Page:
• Wanna B Sure says:

            “and what it represents”. You are the one with the hyperliteral mind. Got any fig leaves for sale?

          • entech says:

            I thought this was settled I do not take those writings literally hyper or otherwise, I take them as metaphor at best and probably imaginative fiction.

            I do not know what it is supposed to represent, I am sure that it does not represent reality.

          • Wanna B Sure says:

            And so it is and goes with the bound will.

          • Avatar of Jon Lindgren Jon Lindgren says:

            Wanna 3:16 re: bound will

            Some of us skeptics here need the “found pill”. That’s the pill believers take which allow them to believe in the magical material in the Bible.

          • Wanna B Sure says:

            First you is, then you isn’t. Which is it you ain’t?

          • Wanna B Sure says:

            Jon; That isn’t even worthy of a response. Other than an acknowlegment of your – - “boundness”. Smileee face.

  3. Avatar of Kevin Kevin says:

    Jimmy Carter thought wearing a hair shirt would be compensation for his privileged upbringing.
    I remember well having to suffer as a result of his self-indulgent policies.

  4. There are two letters to the editor today of which to take note. One is about allowing students in our school to pray….as Muslim students are already allowed to do in a special room set aside for them. So why not the same treatment for Jews, Christians and other religions. I find it fascinating that public schools allow this considering the fiddle faddle for years about the separation of church and state. The writer teaches in the West Fargo schools as a substitute.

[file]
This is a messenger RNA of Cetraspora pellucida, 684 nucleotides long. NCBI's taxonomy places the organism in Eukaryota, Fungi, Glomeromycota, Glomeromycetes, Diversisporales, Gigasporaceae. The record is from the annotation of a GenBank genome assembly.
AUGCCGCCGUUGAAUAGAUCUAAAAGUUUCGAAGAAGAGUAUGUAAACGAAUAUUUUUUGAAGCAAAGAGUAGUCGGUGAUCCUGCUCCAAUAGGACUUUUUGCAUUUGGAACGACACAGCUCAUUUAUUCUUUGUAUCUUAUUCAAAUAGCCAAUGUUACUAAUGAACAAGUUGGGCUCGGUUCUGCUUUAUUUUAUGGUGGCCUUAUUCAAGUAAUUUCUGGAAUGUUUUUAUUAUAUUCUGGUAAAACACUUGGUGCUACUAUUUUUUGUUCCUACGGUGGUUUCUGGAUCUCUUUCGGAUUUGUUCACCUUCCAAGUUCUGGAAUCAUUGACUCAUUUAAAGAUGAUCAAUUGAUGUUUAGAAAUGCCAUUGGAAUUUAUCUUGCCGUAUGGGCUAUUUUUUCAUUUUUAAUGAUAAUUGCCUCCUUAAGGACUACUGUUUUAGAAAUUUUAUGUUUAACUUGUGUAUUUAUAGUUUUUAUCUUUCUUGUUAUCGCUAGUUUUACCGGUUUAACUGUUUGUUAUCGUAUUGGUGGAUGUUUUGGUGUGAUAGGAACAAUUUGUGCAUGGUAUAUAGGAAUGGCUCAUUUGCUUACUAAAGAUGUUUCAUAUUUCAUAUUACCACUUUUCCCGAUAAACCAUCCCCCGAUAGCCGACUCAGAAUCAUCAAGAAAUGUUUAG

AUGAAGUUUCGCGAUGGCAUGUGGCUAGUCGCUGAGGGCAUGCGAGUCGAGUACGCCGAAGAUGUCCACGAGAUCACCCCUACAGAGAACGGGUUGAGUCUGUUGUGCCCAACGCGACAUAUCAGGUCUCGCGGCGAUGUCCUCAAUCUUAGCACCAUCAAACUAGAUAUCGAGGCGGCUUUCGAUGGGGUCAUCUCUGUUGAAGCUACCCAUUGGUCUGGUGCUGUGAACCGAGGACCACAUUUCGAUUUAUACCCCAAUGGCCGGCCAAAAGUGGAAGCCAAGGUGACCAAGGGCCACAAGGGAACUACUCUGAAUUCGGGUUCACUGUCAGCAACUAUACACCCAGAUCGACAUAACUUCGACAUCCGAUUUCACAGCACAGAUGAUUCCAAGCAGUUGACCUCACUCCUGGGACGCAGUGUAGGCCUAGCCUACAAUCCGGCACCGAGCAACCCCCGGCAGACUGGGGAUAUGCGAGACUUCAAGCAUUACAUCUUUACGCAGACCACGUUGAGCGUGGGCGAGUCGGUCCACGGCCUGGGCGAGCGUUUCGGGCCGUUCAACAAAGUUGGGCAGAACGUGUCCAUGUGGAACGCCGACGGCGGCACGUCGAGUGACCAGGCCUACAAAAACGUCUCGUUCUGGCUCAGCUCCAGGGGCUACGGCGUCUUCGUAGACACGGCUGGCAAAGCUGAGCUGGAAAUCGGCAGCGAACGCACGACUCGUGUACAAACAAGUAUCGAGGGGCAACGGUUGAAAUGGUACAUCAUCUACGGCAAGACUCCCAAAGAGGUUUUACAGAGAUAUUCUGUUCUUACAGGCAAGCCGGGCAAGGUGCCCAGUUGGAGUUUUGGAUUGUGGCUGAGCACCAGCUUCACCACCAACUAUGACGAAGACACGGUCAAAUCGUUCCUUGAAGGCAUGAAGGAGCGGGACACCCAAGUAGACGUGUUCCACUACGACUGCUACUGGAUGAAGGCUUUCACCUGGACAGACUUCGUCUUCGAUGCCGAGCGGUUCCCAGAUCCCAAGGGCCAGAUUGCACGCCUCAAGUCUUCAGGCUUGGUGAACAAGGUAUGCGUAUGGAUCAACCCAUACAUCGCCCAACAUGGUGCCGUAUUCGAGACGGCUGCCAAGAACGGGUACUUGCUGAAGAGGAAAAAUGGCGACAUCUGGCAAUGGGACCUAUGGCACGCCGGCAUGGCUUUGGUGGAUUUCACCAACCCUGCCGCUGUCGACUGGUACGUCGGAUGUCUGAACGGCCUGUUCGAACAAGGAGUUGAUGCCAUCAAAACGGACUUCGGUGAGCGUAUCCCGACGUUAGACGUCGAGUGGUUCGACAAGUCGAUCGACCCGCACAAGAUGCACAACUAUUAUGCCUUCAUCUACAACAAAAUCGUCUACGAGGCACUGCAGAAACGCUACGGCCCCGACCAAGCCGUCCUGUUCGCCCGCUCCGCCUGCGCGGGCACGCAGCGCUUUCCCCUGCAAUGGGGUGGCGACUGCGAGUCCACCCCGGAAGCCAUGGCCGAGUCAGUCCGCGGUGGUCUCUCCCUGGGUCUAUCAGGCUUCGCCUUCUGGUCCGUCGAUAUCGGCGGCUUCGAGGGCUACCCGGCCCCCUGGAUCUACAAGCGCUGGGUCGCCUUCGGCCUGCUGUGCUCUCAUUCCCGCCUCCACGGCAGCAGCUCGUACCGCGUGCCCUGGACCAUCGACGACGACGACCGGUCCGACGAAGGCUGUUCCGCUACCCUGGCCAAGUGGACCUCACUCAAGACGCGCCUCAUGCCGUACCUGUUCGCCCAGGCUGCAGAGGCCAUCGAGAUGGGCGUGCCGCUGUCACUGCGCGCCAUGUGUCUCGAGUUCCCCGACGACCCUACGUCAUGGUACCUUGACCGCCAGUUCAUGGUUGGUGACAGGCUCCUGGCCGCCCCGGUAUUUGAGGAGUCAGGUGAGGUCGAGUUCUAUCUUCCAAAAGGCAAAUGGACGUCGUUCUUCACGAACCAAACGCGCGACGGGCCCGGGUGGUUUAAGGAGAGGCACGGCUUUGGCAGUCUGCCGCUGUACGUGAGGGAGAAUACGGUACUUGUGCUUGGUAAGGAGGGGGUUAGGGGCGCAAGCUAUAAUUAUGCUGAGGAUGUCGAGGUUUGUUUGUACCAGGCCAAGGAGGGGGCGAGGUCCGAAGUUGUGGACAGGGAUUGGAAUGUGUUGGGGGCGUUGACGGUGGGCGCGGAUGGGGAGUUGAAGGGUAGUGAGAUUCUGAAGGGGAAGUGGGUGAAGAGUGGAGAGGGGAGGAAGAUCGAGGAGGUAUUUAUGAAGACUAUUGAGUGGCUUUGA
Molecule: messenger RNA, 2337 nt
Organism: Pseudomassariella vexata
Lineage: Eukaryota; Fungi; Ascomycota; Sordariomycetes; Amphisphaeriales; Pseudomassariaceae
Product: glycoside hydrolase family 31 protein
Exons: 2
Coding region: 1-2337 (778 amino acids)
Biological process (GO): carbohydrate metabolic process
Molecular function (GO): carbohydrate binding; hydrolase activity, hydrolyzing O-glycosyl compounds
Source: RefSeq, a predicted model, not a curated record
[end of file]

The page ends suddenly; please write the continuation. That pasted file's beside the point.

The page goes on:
The other letter is about the truth that in spite of elections and their fallout on our society, God is still in control (in spite of denial by non-believers. Hard to take but it is the truth. For believers this truth stands firm and resting on it is much greater than those who try to control things themselves…..I have read on this blog often the desire to control things politically and religiously (Atheism is truly a “religion” that tried to impose its beliefs on others). I find Athiests to be far more zealous than Christians and Jews.

    • Avatar of Jon Lindgren Jon Lindgren says:

      Buffalogal re: Today’s Fargo Forum letter, Muslim students who pray at school.

      I found this letter interesting, but took away from it something different. As you wrote, the two children are allowed to leave the classroom various times each day to pray. You seem to equate that to the old practice of teachers standing in front of the classroom leading the class in prayer, or, a speaker system in the school leading prayers.

      Non-Muslim children are not required see, hear or be in the presense of Muslim prayers. In this way, it is different than institutionally endorsed group prayers.

      The question is this. If Christian children requested permission to leave the classroom and go to a separate location to pray, would they be allowed to do so? I don’t know if this has ever been requested.

      If I were a parent, I would want my child to stay in the classroom and get his/her work done.

      • Henry says:

        Jon: “If Christian children requested permission to leave the classroom and go to a separate location to pray, would they be allowed to do so? I don’t know if this has ever been requested.”

        Jon, this is already being done after school hours. They have Good News Clubs in the public schools.

        I would have to assume the Christian children are not only getting their work done, they are also likely excelling at it. Your case is no exception. Your Christian roots made you a good little Christian boy that eventually became a doctor of philosophy. The wheel fell off sometime later.

    • entech says:

      (Atheism is truly a “religion” that tried to impose its beliefs on others)

      Atheism is a very strange “religion”.
      What do the outward manifestations look like? Temples, churches, synagogues, mosques, not really.